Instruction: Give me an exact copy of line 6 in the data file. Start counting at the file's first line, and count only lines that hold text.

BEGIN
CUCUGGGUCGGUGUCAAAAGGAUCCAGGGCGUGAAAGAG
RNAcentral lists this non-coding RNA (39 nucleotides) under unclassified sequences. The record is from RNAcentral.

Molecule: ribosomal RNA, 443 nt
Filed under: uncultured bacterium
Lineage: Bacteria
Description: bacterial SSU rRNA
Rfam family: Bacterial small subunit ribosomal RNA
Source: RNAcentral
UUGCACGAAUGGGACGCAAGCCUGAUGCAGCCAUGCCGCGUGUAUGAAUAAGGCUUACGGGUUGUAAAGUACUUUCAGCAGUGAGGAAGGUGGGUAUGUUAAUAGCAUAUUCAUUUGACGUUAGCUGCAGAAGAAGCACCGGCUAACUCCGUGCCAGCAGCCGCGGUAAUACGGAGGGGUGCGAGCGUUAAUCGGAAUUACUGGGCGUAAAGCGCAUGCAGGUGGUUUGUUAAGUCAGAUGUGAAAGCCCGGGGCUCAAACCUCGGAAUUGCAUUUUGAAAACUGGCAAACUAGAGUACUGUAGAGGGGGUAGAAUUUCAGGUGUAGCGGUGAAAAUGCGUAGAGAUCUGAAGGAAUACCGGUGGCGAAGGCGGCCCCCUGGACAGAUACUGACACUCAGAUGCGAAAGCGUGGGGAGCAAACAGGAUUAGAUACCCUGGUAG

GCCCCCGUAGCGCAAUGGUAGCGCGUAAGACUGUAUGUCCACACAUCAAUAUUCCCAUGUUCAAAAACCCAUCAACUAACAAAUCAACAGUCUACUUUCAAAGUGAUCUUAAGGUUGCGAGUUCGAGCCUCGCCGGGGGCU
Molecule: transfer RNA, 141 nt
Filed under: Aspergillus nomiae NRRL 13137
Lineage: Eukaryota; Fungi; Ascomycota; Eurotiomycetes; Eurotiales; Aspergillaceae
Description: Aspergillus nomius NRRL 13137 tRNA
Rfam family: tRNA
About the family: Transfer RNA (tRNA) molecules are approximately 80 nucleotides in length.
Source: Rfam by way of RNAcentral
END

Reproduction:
Description: bacterial SSU rRNA